Early weight bearing and early ankle motion do not impact re-rupture rate
Early weight bearing and ankle motion may prevent severe atrophy and help the reorganization of tenocytes and fibroblasts
Better tendon repair and less atrophy may positively impact rehab duration
As recent trials comparing surgical and non-surgical treatment for achilles tendon rupture found no differences in functional outcomes, the latter becomes increasingly investigated. However, little is known on how different non-surgical rehabilitation regimens affect overall recovery. Information on whether they are associated with an increased risk of re-rupture of the tendon is also scarce and that’s what this study is all about!
The outcome of interest was the re-rupture rate after non-operative treatment. Other relevant outcomes were complication rate (pressure sores, ankle stiffness, tendon unhealed, deep vein thrombosis and pulmonary embolism), functional outcomes (Achilles Tendon Rupture Score – ATRS), quality of life (EQ-5D-5L), return to sports, return to work and the use of resources (total health and personal social care cost). The different rehabilitation regimens included early full weight bearing (start of full weight bearing within 4 weeks after Achilles tendon rupture) versus non-weight bearing and early ankle motion (start of ankle motion within 4 weeks after Achilles tendon rupture) versus ankle immobilization.
8 RCTs published between 1992 and 2020 were included and provided data for 978 patients who were followed for 9-54 months (78% males, mean age of 46.1 years (range 21–79 years)). Risk of bias revealed overall good results. However, only 4 of 8 studies adequately blinded the outcome assessment. 2 studies were found to selectively report data. No study blinded participants or clinicians, yet this systematic review indicated that after all this was not possible (total immobilization in a plaster cast versus in a removable functional brace).
Three different rehabilitation regimens were identified across the included studies: 1) Early weight bearing with functional ankle motion, 2) Early weight bearing without functional ankle motion, 3) Ankle immobilisation with non-weight bearing.
Across all outcomes no differences were found when early weight bearing with or without functional ankle motion was compared to ankle immobilization with non-weight bearing. Subgroup analyses revealed no significant differences between the 3 rehabilitation regimens. Early weight bearing with functional ankle motion was associated with a reduced mean cost of £103 compared to ankle immobilization with non-weight bearing, however this was studied by only one study and the confidence interval includes 0 (95% CI: -289 to 84) and should therefore not be interpreted as a real difference.
Several good aspects can be noted for this systematic review. First of all, a rigorous systematic review was conducted according to the PRISMA guidelines with a prospectively registered protocol. The Cochrane Risk of Bias tool was used to assess bias and showed overall good results. The study analysed data according to the intention-to-treat principle and used a random-effects model. Heterogeneity was assessed and was found to be low in all outcomes but one (complication rate, I-squared=57%). The subgroup analysis for this outcome revealed acceptable heterogeneity, and so this absence of a difference between the subgroups may be interpreted accordingly. The Egger and Begg tests revealed no indication for publication bias. The eligibility of studies was not restricted to the English language and thus it can be assumed that no language bias has influenced the results.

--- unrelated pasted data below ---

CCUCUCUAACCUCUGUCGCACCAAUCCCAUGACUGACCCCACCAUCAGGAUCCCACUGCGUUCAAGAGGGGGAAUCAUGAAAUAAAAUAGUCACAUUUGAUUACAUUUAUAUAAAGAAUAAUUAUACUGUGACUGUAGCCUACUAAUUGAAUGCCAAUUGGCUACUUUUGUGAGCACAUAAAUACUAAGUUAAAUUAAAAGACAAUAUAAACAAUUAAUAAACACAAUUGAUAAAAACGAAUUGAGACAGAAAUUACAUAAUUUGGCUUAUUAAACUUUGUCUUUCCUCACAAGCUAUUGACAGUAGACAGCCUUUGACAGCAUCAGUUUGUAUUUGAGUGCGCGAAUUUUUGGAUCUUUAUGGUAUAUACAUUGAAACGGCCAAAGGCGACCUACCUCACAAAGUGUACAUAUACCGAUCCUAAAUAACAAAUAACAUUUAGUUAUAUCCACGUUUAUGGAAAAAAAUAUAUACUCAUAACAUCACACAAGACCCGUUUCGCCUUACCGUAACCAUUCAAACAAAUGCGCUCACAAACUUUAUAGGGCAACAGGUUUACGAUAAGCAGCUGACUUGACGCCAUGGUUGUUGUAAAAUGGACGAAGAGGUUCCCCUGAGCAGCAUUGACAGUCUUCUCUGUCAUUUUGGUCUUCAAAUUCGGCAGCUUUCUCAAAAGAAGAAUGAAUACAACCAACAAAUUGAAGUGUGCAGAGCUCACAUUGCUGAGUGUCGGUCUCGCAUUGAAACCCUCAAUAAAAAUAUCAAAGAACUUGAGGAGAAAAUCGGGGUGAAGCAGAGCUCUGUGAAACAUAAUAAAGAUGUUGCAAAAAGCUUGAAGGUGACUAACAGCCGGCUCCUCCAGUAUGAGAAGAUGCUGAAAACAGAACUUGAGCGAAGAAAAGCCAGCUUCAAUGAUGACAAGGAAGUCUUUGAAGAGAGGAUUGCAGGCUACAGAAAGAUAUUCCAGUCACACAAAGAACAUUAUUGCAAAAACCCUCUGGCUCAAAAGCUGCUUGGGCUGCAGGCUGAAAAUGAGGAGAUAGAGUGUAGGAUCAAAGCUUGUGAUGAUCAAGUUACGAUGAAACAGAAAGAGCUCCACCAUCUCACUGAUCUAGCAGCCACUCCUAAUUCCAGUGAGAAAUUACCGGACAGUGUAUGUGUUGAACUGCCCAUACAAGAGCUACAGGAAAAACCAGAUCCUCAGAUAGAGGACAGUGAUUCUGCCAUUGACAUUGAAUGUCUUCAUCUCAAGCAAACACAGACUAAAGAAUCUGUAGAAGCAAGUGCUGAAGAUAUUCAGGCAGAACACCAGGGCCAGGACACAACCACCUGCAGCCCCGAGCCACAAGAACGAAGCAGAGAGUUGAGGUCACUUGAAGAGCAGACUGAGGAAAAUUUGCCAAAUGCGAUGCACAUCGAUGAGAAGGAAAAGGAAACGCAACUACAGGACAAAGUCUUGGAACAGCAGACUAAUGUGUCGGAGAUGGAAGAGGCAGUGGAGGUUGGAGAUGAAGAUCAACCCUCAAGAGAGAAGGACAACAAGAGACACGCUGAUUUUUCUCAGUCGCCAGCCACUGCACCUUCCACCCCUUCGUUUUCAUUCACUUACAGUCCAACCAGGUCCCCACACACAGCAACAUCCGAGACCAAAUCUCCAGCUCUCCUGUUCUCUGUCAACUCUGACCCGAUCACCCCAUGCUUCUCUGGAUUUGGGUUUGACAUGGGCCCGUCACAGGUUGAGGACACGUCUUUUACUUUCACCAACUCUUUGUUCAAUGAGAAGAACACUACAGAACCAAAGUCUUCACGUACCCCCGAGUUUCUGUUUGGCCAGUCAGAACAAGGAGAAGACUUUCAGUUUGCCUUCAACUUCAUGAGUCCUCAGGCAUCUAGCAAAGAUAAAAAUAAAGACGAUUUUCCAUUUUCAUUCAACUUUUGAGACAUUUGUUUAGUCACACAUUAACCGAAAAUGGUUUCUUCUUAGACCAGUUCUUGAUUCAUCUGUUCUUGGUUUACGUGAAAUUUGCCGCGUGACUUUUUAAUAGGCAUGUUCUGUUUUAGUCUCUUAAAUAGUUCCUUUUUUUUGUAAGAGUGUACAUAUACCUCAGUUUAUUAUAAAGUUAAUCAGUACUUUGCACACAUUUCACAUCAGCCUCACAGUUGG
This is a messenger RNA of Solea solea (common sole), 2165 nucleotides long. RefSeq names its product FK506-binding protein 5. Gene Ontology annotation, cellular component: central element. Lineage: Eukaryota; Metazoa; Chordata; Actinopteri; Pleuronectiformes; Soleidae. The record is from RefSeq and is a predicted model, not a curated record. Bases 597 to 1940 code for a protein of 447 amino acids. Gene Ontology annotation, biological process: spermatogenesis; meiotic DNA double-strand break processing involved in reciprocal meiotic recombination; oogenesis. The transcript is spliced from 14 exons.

Only a few limitations can be found for this study, yet they were clearly reported. The type of sports and the type of work in the analyses of return to sports and return to work respectively, lacked homogeneity. This may be an issue since it may make these conclusions less certain. Secondly, the ATRS and the EQ-5D-5L were only investigated in 3 and 2 studies respectively, and therefore it may be possible that a type II statistical error impacted the results (meaning that due to an underpowered analysis the test was not able to detect a true difference).
As no differences between weight bearing or non-weight bearing and between functional ankle motion or ankle immobilization were found, it may be concluded that weight bearing and functional ankle motion should be included in the rehabilitation of achilles tendon ruptures. Especially for the primary outcome, one can be confident to initiate early weight bearing and functional ankle motion as it does not impact re-rupture rate. For the other outcomes, we can confidently conclude that early weight bearing and functional ankle motion do not increase complications. We can assume early weight bearing does not negatively impact quality of life, return to sport, return to work and functional outcomes, but this should be interpreted cautiously as heterogeneity and the possibility of an underpowered analysis may have influenced the conclusions.
Early weight bearing may not only give patients more self-care ability, but it may also prevent severe atrophy that occurs with complete immobilization. Therefore it may also be important in the repair process as the mechanical stress administered through weight bearing and ankle motion may help to adequately reorganize fibroblasts and tenocytes in the damaged tendon. As a result, better tendon repair and less loss of strength are likely to occur which may have an significant impact on the (duration of the) recovery process.
Link to the paper: https://pubmed.ncbi.nlm.nih.gov/33388266/